How to be a Swede (if you‘re not)

When you move to another country, or maybe even continent, interactions with a new culture can be challenging and difficulties in understanding how to adapt often befall. In 2018 international students constituted 20% of the total students in Lund, of whom students on Masters’s program were as high as 60%. In other words, the presence…

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When you move to another country, or maybe even continent, interactions with a new culture can be challenging and difficulties in understanding how to adapt often befall. In 2018 international students constituted 20% of the total students in Lund, of whom students on Masters’s program were as high as 60%. In other words, the presence of internationals is inevitable. I just reached my third month here in Lund since I first moved from Oslo in late-August, and it didn’t take me long to realize that there were certain formalities I just had to learn in order to partake in the comprehensive Swedish society, furthermore to feel like a true LundaEkonom

Many international students might feel anxious and insecure regarding how to socialize and interact with these natives Swedes, furthermore how to adjust to the new culture. But don’t you worry – here is an inside guide to the Swedish society that might give you an upper hand before moving to Sweden and when socializing with the Swedes.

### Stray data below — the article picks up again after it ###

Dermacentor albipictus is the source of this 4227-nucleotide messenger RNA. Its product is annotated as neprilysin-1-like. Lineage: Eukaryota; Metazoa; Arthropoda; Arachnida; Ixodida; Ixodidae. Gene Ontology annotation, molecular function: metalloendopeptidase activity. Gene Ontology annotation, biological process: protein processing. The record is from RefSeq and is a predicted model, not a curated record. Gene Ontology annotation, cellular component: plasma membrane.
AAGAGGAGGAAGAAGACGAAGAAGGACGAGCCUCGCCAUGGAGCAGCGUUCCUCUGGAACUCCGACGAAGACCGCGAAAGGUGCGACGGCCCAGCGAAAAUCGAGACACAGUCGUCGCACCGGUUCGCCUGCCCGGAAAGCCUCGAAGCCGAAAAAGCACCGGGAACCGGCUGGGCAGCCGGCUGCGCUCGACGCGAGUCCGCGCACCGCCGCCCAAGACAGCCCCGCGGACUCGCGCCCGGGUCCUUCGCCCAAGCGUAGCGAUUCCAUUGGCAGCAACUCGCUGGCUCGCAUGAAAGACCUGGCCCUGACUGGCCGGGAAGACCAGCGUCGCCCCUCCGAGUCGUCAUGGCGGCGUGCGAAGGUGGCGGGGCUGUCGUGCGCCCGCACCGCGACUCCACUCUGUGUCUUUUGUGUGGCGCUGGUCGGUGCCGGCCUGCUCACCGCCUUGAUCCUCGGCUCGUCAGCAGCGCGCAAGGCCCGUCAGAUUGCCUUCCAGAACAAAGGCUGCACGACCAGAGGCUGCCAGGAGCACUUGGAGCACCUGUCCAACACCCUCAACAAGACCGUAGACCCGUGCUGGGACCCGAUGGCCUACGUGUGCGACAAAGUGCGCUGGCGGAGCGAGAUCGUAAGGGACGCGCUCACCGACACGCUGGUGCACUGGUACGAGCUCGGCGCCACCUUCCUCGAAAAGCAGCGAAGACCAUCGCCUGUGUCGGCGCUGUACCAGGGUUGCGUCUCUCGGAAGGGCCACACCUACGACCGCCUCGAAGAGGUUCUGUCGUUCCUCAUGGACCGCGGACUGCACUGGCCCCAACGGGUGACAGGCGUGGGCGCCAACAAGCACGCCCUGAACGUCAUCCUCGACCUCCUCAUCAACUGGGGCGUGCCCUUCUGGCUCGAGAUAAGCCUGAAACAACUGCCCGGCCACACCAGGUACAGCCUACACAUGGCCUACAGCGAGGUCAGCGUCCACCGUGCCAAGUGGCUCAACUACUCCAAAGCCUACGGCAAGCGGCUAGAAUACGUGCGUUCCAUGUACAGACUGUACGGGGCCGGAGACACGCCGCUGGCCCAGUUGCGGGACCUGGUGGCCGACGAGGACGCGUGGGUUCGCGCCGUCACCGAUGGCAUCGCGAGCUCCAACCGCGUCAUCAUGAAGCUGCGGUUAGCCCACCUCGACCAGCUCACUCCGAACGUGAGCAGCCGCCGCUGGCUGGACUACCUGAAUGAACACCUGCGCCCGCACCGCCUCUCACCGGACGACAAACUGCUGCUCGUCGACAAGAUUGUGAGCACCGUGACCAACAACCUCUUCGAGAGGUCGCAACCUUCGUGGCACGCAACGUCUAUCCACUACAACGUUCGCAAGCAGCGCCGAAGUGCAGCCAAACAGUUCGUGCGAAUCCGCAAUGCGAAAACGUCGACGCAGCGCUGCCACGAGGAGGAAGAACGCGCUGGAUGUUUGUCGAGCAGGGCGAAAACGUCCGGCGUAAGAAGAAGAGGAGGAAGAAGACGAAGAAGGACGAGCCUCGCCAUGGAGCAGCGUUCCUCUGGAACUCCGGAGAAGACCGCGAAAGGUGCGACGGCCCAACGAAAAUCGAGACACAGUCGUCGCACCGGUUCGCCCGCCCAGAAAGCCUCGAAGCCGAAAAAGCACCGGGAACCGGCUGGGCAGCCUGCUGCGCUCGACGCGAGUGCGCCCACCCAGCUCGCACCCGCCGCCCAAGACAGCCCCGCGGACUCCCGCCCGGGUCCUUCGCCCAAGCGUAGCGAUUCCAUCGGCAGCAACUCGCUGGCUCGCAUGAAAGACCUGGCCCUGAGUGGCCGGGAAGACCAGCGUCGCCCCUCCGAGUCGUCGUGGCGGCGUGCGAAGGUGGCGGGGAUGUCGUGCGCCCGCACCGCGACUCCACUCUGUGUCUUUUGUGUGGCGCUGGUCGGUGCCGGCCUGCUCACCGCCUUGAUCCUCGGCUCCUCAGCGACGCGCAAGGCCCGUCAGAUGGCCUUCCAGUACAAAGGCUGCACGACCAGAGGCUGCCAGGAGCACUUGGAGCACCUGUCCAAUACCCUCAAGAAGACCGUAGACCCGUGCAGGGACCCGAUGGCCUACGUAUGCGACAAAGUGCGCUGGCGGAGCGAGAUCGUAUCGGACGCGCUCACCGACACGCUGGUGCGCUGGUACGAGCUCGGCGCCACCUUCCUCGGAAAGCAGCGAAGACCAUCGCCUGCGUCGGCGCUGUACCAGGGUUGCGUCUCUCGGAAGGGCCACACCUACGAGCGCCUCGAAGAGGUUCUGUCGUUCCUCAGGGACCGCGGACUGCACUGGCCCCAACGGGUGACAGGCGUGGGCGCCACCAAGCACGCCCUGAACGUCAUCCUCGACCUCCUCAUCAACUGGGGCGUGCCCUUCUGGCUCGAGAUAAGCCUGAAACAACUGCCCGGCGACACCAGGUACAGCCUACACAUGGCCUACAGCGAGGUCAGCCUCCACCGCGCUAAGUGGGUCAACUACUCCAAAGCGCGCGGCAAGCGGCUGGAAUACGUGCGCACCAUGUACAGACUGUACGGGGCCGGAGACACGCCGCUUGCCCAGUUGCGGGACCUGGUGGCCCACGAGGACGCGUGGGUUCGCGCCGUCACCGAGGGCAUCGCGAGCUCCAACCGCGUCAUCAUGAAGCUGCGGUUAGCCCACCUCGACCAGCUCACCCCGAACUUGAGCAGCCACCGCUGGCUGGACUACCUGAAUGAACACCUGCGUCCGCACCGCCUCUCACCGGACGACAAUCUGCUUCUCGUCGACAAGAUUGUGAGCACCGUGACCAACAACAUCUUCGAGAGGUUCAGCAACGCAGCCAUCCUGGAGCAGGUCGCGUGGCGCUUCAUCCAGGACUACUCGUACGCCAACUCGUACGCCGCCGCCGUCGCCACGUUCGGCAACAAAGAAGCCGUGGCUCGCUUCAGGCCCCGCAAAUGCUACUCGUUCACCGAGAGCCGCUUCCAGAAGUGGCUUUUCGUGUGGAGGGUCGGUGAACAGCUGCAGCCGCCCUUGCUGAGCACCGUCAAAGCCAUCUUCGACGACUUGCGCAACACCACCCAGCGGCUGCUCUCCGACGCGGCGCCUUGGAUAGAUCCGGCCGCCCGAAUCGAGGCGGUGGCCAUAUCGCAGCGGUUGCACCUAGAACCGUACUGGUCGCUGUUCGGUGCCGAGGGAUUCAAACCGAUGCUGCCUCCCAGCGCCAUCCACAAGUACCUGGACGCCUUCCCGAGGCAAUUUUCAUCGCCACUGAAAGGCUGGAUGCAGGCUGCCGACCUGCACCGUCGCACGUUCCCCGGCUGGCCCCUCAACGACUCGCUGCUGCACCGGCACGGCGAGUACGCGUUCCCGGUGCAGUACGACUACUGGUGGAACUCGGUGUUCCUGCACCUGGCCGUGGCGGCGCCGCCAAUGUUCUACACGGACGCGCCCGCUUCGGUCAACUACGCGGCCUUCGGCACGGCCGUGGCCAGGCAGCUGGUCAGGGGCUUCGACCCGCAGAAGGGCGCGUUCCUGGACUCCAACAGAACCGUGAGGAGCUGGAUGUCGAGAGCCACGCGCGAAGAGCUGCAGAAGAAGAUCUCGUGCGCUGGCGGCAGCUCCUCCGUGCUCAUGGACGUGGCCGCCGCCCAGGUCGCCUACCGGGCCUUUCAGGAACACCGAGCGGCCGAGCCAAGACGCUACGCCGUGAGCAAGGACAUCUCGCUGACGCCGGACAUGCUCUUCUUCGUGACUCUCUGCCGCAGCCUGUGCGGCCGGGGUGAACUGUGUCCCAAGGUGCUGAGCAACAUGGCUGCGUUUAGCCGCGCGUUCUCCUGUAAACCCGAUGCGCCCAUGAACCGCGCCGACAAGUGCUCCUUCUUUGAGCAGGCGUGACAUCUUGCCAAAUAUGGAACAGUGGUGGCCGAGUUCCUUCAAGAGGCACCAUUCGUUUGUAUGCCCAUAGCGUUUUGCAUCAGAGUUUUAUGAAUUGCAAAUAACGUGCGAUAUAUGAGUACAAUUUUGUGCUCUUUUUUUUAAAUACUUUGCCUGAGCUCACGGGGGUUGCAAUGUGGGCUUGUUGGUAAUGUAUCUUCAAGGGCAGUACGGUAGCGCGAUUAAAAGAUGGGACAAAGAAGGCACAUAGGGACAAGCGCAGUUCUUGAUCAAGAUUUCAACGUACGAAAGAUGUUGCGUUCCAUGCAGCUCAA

One of the first words I heard after my arrival, particularly during the Novice Week, was a word they seem to use rather frequently; “tagga”. This is a word you have to acknowledge when part-taking in social contexts and means ‘turn up’ or “get hyped” as Google Translate so nicely puts it. So… tagga till!

This is such a nice and cozy concept, and an important social aspect of the Swedish culture. The general meaning is to grab a coffee and a food bite (often something sweet) and is much associated with the working life.

After partaking in the Novice Week (and the aftermath) I sometimes found myself on the dance floor surrounded by singing, rather screaming, hyped Swedes, singing to a song I had never heard before. And, presumably similar situations will occur during my time here in Lund. When the actions allowed it however, I carefully “shazamed” the song, to later find the song on Spotify and learn the lyrics. In some cases where this scenario was impracticable, I tried googling the words I could remember, in desperate hope to find the song. To make it a bit easier for the newbies to be, here is a list of the songs I would categorize as important to know: